Eugen Schüfftan (21 July 1893, in Breslau, Silesia, Germany, now Wroclaw, Poland – 6 September 1977, in New York City) was a German cinematographer.
He invented the Schüfftan process, a special effects technique that employed mirrors to insert actors into miniature sets. One of the early uses of the process was for Metropolis (1927), directed by Fritz Lang. The technique was widely used throughout the first half of the 20th century until it was supplanted by the travelling matte and bluescreen techniques.
Schüfftan won the 1962 Academy Award for Best Cinematography, Black-and-White for his work on the film The Hustler .
|1924||Die Nibelungen||Fritz Lang|
|1930||People on Sunday||Curt Siodmak, Robert Siodmak, Edgar G. Ulmer, Fred Zinnemann|
|1930||The Stolen Face||Philipp Lothar Mayring, Erich Schmidt|
|1931||The Street Song||Lupu Pick|
|1931||The Scoundrel||Eugen Schüfftan, Franz Wenzler|
|1931||My Wife, the Impostor||Kurt Gerron|
|1931||I'd Rather Have Cod Liver Oil||Max Ophüls|
|1932||Coeurs joyeux||Hanns Schwarz, Max de Vaucorbeil|
|1932||The Mistress of Atlantis||Georg Wilhelm Pabst|
|1932||Gypsies of the Night||Hanns Schwarz|
|1932||L'Atlantide||Georg Wilhelm Pabst|
|1932||Queen of Atlantis||Georg Wilhelm Pabst|
|1932||The Faceless Voice||Leo Mittler|
|1933||The Oil Sharks||Rudolf Katscher|
|1933||Du haut en bas||Georg Wilhelm Pabst|
|1933||Läufer von Marathon||Ewald André Dupont|
|1933||Invisible Opponent||Rudolf Katscher|
|1934||The Scandal||Marcel L'Herbier|
|1934||The Crisis is Over||Robert Siodmak|
|1934||Irish Hearts||Brian Desmond Hurst|
|1935||The Invader||Adrian Brunel|
|1935||Children of the Fog||John Quin|
|1935||La Tendre ennemie||Max Ophüls|
|1936||The Robber Symphony||Friedrich Feher|
|1936||Komedie om geld||Max Ophüls|
|1937||Bizarre, Bizarre||Marcel Carné|
|1937||The Cheat||Marcel L'Herbier|
|1938||The Novel of Werther||Max Ophüls|
|1938||Port of Shadows||Marcel Carné|
|1944||It Happened Tomorrow||René Clair|
|1954||A Parisian in Rome||Erich Kobler|
|1958||Head Against the Wall||Georges Franju|
|1960||Eyes Without a Face||Georges Franju|
|1961||The Hustler||Robert Rossen|
|1961||Something Wild||Jack Garfein|
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Special effects are illusions or visual tricks used in the theatre, film, television, video game, and simulator industries to simulate the imagined events in a story or virtual world.
Eugen Ritter von Böhm-Bawerk was an Austrian economist who made important contributions to the development of the Austrian School of Economics and neoclassical economics. He served intermittently as the Austrian Minister of Finance between 1895 and 1904. He also wrote a series of extensive critiques of Marxism.
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Visual effects is the process by which imagery is created or manipulated outside the context of a live action shot in filmmaking. The integrations are of live action footage and CG elements to create realistic imagery is called VFX.
An in-camera effect is any special effect in a video or movie that is created solely by using techniques in and on the camera and/or its parts. The in-camera effect is defined by the fact that the effect exists on the original camera negative or video recording before it is sent to a lab or modified. So effects that modify the original negative at the lab, such as skip bleach or flashing, are not included. Some examples of in-camera effects include: There are many ways one could use the In-camera effect. The in-Camera effect is something that often goes unnoticed but can play a critical part in a scene or plot. A popular show that uses the In-camera effect from TV Tropes can be seen is in the series Star Trek by shaking the camera to give the effect of motion happening on the scene. There are many ways that a user could try In-camera effect could be used at home such as using a Wine glass to give the effect that "ghosting, flares, and refractions" from DIY photography.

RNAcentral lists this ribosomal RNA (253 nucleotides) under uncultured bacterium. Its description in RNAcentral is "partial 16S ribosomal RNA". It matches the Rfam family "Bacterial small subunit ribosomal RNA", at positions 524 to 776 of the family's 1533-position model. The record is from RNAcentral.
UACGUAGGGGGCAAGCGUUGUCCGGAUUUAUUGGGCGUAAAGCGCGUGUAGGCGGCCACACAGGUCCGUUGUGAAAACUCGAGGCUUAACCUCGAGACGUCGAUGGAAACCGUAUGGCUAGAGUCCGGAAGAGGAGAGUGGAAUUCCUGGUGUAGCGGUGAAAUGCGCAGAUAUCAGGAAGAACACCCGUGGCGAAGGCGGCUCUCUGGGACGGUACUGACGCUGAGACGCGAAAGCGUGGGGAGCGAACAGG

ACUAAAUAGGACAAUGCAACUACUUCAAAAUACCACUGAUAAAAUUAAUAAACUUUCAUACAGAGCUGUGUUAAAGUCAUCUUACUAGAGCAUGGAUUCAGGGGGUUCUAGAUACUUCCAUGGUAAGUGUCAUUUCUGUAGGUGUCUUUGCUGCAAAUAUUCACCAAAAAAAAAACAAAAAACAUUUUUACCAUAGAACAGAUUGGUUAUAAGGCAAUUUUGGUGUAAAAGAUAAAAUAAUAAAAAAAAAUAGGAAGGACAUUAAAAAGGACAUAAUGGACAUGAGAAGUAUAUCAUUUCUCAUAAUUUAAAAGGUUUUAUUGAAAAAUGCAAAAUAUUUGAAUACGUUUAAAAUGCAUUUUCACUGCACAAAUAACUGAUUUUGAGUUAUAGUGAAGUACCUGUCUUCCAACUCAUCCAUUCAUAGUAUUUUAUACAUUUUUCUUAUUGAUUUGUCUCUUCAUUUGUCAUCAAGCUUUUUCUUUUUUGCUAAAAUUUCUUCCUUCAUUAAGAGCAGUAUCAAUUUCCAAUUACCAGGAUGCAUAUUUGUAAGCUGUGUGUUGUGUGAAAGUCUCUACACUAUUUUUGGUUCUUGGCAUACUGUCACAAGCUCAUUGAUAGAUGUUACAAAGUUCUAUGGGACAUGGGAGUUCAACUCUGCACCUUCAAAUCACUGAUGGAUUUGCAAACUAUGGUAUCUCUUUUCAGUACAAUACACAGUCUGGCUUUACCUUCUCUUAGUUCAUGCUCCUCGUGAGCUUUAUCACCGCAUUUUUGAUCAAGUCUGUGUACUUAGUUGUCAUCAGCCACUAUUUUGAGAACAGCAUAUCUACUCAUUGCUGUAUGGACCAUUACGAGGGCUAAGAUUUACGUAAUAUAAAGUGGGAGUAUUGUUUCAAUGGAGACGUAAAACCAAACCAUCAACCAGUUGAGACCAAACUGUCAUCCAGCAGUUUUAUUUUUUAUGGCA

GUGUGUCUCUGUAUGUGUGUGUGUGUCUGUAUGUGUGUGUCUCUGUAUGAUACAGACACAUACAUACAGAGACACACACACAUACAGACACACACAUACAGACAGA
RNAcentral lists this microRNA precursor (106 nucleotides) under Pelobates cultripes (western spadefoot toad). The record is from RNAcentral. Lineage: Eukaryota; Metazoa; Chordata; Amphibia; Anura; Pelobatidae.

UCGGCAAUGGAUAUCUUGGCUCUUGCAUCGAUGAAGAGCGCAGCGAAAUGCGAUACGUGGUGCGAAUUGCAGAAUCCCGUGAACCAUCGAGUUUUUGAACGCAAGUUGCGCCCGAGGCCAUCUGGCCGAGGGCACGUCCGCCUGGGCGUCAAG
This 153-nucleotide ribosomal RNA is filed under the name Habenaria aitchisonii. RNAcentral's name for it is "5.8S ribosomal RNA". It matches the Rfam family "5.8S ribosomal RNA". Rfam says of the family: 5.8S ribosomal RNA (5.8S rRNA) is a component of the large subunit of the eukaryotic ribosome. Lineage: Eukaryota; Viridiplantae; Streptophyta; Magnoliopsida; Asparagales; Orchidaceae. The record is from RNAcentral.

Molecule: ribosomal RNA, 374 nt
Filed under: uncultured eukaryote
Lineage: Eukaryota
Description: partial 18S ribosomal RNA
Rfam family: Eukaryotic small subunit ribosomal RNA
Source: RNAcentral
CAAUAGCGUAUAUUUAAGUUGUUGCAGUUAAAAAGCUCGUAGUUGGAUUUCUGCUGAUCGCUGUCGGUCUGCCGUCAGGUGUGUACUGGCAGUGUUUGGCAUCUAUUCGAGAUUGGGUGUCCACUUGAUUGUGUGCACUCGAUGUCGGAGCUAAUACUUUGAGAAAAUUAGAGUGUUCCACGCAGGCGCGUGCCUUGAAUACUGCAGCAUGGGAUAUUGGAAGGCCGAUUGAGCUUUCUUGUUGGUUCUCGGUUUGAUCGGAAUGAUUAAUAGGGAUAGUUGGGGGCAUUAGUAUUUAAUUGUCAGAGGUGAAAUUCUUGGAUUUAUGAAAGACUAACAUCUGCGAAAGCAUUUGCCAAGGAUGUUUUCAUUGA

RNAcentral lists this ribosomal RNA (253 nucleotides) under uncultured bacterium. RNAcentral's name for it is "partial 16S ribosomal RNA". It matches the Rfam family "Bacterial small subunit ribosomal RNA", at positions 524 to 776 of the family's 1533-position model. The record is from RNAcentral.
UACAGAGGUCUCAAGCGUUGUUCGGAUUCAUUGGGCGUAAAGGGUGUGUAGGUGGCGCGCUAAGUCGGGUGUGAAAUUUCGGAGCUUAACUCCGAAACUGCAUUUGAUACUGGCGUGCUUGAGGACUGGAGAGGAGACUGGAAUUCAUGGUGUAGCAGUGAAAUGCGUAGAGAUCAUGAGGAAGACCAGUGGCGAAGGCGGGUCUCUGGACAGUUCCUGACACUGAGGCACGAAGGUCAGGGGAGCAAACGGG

Archduke Eugen Ferdinand Pius Bernhard Felix Maria of Austria-Teschen was an Archduke of Austria and a Prince of Hungary and Bohemia. He was the last Grand Master of the Teutonic Knights from the Habsburg dynasty.
The Schüfftan process is a movie special effect named after its inventor, Eugen Schüfftan (1893–1977). It was widely used in the first half of the 20th century before being almost completely replaced by the travelling matte and bluescreen effects.
Edgar Georg Ulmer was a Jewish-Moravian, Austrian-American film director who mainly worked on Hollywood B movies and other low-budget productions. His stylish and eccentric works came to be appreciated by auteur theory-espousing film critics in the years following his retirement. Ulmer's productions include The Black Cat (1934) and the film noir Detour (1945).
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People on Sunday is a 1930 German silent drama film directed by Robert Siodmak and Edgar G. Ulmer from a screenplay by Billy Wilder. The film follows a group of residents of Berlin on a summer's day during the interwar period. Hailed as a work of genius, it is a pivotal film in the development of German cinema and Hollywood. The film features the talents of Curt Siodmak (story), Fred Zinnemann (cinematography) and Eugen Schüfftan, who had developed the Schüfftan process for Metropolis three years earlier.
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The Scoundrel is a 1931 German comedy film directed by Eugen Schüfftan and Franz Wenzler and starring Max Adalbert, Emilia Unda, and Evelyn Holt. It is based on the play The Scoundrel by Hans Reimann and Toni Impekoven. The film was remade in 1939 and 1959.
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